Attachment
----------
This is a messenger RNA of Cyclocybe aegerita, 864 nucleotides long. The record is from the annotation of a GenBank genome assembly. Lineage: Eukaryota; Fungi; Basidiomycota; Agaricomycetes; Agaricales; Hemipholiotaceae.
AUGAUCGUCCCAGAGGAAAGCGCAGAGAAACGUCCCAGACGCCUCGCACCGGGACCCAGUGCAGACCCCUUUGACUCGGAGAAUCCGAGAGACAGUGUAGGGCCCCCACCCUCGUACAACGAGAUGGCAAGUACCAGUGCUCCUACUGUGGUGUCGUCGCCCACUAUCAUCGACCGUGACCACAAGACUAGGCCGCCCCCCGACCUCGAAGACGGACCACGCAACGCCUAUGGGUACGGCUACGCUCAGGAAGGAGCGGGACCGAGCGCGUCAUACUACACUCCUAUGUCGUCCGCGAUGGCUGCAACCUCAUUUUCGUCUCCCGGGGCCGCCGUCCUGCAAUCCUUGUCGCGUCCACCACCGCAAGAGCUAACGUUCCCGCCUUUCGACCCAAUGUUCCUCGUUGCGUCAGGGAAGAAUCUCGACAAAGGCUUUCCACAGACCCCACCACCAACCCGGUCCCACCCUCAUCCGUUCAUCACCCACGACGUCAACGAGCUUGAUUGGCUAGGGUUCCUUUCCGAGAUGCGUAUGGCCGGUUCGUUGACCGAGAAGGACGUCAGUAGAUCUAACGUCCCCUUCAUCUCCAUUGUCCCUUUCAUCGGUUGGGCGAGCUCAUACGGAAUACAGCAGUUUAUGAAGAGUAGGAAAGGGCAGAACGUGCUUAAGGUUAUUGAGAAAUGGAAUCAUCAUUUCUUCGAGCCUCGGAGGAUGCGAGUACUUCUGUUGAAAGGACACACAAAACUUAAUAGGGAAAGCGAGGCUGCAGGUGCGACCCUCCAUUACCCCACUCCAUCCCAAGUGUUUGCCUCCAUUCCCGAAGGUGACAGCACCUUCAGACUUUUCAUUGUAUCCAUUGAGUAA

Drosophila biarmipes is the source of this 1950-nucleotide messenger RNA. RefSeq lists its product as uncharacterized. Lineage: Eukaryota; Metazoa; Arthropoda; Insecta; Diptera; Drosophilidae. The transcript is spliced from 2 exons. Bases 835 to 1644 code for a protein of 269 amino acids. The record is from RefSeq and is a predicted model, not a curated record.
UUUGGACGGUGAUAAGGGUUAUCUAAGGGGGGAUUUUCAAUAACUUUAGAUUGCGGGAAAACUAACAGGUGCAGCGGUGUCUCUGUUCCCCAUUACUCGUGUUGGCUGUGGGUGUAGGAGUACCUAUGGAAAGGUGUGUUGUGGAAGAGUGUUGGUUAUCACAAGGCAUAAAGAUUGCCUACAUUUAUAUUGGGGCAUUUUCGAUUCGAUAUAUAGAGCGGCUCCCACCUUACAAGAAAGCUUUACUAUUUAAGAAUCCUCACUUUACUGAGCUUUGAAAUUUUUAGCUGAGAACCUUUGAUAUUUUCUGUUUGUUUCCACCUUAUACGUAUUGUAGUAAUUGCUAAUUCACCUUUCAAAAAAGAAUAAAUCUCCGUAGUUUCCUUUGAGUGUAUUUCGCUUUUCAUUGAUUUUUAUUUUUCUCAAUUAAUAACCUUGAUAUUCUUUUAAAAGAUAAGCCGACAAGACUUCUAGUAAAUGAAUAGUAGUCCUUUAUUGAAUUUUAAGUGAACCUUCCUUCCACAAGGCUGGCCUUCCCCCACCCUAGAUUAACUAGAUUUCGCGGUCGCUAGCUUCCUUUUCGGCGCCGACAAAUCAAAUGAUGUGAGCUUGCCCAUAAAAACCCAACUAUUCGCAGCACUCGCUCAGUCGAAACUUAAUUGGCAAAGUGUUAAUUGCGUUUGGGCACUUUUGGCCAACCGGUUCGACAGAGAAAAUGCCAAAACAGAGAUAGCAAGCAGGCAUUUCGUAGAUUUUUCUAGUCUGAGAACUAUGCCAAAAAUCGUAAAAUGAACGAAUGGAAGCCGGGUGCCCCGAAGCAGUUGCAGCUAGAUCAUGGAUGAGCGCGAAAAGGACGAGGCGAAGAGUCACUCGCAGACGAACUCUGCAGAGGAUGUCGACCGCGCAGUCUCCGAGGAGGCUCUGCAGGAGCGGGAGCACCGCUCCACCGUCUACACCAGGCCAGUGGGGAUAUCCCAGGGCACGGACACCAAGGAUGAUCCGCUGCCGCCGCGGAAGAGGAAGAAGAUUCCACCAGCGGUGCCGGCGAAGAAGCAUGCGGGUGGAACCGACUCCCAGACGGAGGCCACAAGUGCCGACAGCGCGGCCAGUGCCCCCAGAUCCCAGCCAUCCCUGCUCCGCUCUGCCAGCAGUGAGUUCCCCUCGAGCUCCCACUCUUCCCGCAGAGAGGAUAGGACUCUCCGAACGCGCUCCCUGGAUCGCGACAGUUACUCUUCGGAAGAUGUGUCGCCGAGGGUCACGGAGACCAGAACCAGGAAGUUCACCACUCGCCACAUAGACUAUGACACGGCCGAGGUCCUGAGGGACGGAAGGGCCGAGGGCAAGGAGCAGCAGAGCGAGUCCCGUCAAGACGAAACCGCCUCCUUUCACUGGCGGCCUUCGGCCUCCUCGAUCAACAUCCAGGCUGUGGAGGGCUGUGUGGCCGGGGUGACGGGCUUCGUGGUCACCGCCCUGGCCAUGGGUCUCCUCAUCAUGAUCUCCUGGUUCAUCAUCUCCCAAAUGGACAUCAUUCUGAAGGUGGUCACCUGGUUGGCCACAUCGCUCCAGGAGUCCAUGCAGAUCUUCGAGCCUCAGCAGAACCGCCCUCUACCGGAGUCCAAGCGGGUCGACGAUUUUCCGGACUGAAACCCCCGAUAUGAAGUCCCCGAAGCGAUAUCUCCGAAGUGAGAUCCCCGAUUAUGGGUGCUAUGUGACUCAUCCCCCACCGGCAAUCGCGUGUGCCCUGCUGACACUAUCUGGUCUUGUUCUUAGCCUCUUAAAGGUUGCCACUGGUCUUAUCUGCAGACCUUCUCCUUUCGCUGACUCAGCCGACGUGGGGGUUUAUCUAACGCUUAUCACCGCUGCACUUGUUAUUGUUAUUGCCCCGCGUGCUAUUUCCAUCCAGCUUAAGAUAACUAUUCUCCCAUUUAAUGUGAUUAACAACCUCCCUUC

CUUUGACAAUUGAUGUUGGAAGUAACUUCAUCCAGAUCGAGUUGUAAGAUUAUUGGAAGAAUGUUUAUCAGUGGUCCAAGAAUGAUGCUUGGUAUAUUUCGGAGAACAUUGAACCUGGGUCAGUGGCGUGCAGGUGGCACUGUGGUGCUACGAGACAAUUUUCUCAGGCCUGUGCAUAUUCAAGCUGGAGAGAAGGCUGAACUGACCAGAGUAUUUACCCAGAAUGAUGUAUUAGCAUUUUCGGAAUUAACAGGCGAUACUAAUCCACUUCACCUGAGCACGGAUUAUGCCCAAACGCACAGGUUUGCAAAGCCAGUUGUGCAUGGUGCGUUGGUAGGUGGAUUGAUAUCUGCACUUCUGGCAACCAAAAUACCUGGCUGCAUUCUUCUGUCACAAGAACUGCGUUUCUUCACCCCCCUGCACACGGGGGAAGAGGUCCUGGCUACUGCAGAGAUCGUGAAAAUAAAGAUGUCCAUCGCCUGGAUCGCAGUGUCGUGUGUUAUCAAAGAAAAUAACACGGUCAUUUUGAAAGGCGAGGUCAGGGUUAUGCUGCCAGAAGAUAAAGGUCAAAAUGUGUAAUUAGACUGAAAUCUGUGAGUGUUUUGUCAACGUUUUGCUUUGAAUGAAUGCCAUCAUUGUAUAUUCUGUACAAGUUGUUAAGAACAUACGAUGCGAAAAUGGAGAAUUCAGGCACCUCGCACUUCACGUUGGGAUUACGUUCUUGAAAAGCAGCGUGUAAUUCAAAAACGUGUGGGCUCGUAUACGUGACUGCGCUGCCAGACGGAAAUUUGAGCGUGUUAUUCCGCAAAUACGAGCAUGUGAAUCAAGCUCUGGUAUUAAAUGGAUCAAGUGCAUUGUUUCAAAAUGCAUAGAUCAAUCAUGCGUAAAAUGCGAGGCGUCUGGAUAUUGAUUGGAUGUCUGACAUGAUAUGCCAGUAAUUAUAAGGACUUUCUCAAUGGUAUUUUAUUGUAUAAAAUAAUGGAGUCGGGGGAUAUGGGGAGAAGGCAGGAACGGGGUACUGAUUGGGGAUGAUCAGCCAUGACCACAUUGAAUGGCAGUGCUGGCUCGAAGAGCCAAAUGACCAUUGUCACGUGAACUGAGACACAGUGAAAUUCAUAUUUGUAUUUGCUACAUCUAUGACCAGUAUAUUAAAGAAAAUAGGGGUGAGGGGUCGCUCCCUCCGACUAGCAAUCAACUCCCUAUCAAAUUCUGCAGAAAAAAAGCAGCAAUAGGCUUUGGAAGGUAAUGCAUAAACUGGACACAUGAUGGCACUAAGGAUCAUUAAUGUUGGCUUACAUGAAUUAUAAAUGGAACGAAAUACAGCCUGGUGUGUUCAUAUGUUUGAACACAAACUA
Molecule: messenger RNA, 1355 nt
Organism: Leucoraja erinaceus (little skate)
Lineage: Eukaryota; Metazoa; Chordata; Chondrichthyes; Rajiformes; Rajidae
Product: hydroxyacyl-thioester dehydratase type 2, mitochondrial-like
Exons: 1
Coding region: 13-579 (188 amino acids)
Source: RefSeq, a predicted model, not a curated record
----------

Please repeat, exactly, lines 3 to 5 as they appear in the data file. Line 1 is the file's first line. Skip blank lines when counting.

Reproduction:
Drosophila biarmipes is the source of this 1950-nucleotide messenger RNA. RefSeq lists its product as uncharacterized. Lineage: Eukaryota; Metazoa; Arthropoda; Insecta; Diptera; Drosophilidae. The transcript is spliced from 2 exons. Bases 835 to 1644 code for a protein of 269 amino acids. The record is from RefSeq and is a predicted model, not a curated record.
UUUGGACGGUGAUAAGGGUUAUCUAAGGGGGGAUUUUCAAUAACUUUAGAUUGCGGGAAAACUAACAGGUGCAGCGGUGUCUCUGUUCCCCAUUACUCGUGUUGGCUGUGGGUGUAGGAGUACCUAUGGAAAGGUGUGUUGUGGAAGAGUGUUGGUUAUCACAAGGCAUAAAGAUUGCCUACAUUUAUAUUGGGGCAUUUUCGAUUCGAUAUAUAGAGCGGCUCCCACCUUACAAGAAAGCUUUACUAUUUAAGAAUCCUCACUUUACUGAGCUUUGAAAUUUUUAGCUGAGAACCUUUGAUAUUUUCUGUUUGUUUCCACCUUAUACGUAUUGUAGUAAUUGCUAAUUCACCUUUCAAAAAAGAAUAAAUCUCCGUAGUUUCCUUUGAGUGUAUUUCGCUUUUCAUUGAUUUUUAUUUUUCUCAAUUAAUAACCUUGAUAUUCUUUUAAAAGAUAAGCCGACAAGACUUCUAGUAAAUGAAUAGUAGUCCUUUAUUGAAUUUUAAGUGAACCUUCCUUCCACAAGGCUGGCCUUCCCCCACCCUAGAUUAACUAGAUUUCGCGGUCGCUAGCUUCCUUUUCGGCGCCGACAAAUCAAAUGAUGUGAGCUUGCCCAUAAAAACCCAACUAUUCGCAGCACUCGCUCAGUCGAAACUUAAUUGGCAAAGUGUUAAUUGCGUUUGGGCACUUUUGGCCAACCGGUUCGACAGAGAAAAUGCCAAAACAGAGAUAGCAAGCAGGCAUUUCGUAGAUUUUUCUAGUCUGAGAACUAUGCCAAAAAUCGUAAAAUGAACGAAUGGAAGCCGGGUGCCCCGAAGCAGUUGCAGCUAGAUCAUGGAUGAGCGCGAAAAGGACGAGGCGAAGAGUCACUCGCAGACGAACUCUGCAGAGGAUGUCGACCGCGCAGUCUCCGAGGAGGCUCUGCAGGAGCGGGAGCACCGCUCCACCGUCUACACCAGGCCAGUGGGGAUAUCCCAGGGCACGGACACCAAGGAUGAUCCGCUGCCGCCGCGGAAGAGGAAGAAGAUUCCACCAGCGGUGCCGGCGAAGAAGCAUGCGGGUGGAACCGACUCCCAGACGGAGGCCACAAGUGCCGACAGCGCGGCCAGUGCCCCCAGAUCCCAGCCAUCCCUGCUCCGCUCUGCCAGCAGUGAGUUCCCCUCGAGCUCCCACUCUUCCCGCAGAGAGGAUAGGACUCUCCGAACGCGCUCCCUGGAUCGCGACAGUUACUCUUCGGAAGAUGUGUCGCCGAGGGUCACGGAGACCAGAACCAGGAAGUUCACCACUCGCCACAUAGACUAUGACACGGCCGAGGUCCUGAGGGACGGAAGGGCCGAGGGCAAGGAGCAGCAGAGCGAGUCCCGUCAAGACGAAACCGCCUCCUUUCACUGGCGGCCUUCGGCCUCCUCGAUCAACAUCCAGGCUGUGGAGGGCUGUGUGGCCGGGGUGACGGGCUUCGUGGUCACCGCCCUGGCCAUGGGUCUCCUCAUCAUGAUCUCCUGGUUCAUCAUCUCCCAAAUGGACAUCAUUCUGAAGGUGGUCACCUGGUUGGCCACAUCGCUCCAGGAGUCCAUGCAGAUCUUCGAGCCUCAGCAGAACCGCCCUCUACCGGAGUCCAAGCGGGUCGACGAUUUUCCGGACUGAAACCCCCGAUAUGAAGUCCCCGAAGCGAUAUCUCCGAAGUGAGAUCCCCGAUUAUGGGUGCUAUGUGACUCAUCCCCCACCGGCAAUCGCGUGUGCCCUGCUGACACUAUCUGGUCUUGUUCUUAGCCUCUUAAAGGUUGCCACUGGUCUUAUCUGCAGACCUUCUCCUUUCGCUGACUCAGCCGACGUGGGGGUUUAUCUAACGCUUAUCACCGCUGCACUUGUUAUUGUUAUUGCCCCGCGUGCUAUUUCCAUCCAGCUUAAGAUAACUAUUCUCCCAUUUAAUGUGAUUAACAACCUCCCUUC

CUUUGACAAUUGAUGUUGGAAGUAACUUCAUCCAGAUCGAGUUGUAAGAUUAUUGGAAGAAUGUUUAUCAGUGGUCCAAGAAUGAUGCUUGGUAUAUUUCGGAGAACAUUGAACCUGGGUCAGUGGCGUGCAGGUGGCACUGUGGUGCUACGAGACAAUUUUCUCAGGCCUGUGCAUAUUCAAGCUGGAGAGAAGGCUGAACUGACCAGAGUAUUUACCCAGAAUGAUGUAUUAGCAUUUUCGGAAUUAACAGGCGAUACUAAUCCACUUCACCUGAGCACGGAUUAUGCCCAAACGCACAGGUUUGCAAAGCCAGUUGUGCAUGGUGCGUUGGUAGGUGGAUUGAUAUCUGCACUUCUGGCAACCAAAAUACCUGGCUGCAUUCUUCUGUCACAAGAACUGCGUUUCUUCACCCCCCUGCACACGGGGGAAGAGGUCCUGGCUACUGCAGAGAUCGUGAAAAUAAAGAUGUCCAUCGCCUGGAUCGCAGUGUCGUGUGUUAUCAAAGAAAAUAACACGGUCAUUUUGAAAGGCGAGGUCAGGGUUAUGCUGCCAGAAGAUAAAGGUCAAAAUGUGUAAUUAGACUGAAAUCUGUGAGUGUUUUGUCAACGUUUUGCUUUGAAUGAAUGCCAUCAUUGUAUAUUCUGUACAAGUUGUUAAGAACAUACGAUGCGAAAAUGGAGAAUUCAGGCACCUCGCACUUCACGUUGGGAUUACGUUCUUGAAAAGCAGCGUGUAAUUCAAAAACGUGUGGGCUCGUAUACGUGACUGCGCUGCCAGACGGAAAUUUGAGCGUGUUAUUCCGCAAAUACGAGCAUGUGAAUCAAGCUCUGGUAUUAAAUGGAUCAAGUGCAUUGUUUCAAAAUGCAUAGAUCAAUCAUGCGUAAAAUGCGAGGCGUCUGGAUAUUGAUUGGAUGUCUGACAUGAUAUGCCAGUAAUUAUAAGGACUUUCUCAAUGGUAUUUUAUUGUAUAAAAUAAUGGAGUCGGGGGAUAUGGGGAGAAGGCAGGAACGGGGUACUGAUUGGGGAUGAUCAGCCAUGACCACAUUGAAUGGCAGUGCUGGCUCGAAGAGCCAAAUGACCAUUGUCACGUGAACUGAGACACAGUGAAAUUCAUAUUUGUAUUUGCUACAUCUAUGACCAGUAUAUUAAAGAAAAUAGGGGUGAGGGGUCGCUCCCUCCGACUAGCAAUCAACUCCCUAUCAAAUUCUGCAGAAAAAAAGCAGCAAUAGGCUUUGGAAGGUAAUGCAUAAACUGGACACAUGAUGGCACUAAGGAUCAUUAAUGUUGGCUUACAUGAAUUAUAAAUGGAACGAAAUACAGCCUGGUGUGUUCAUAUGUUUGAACACAAACUA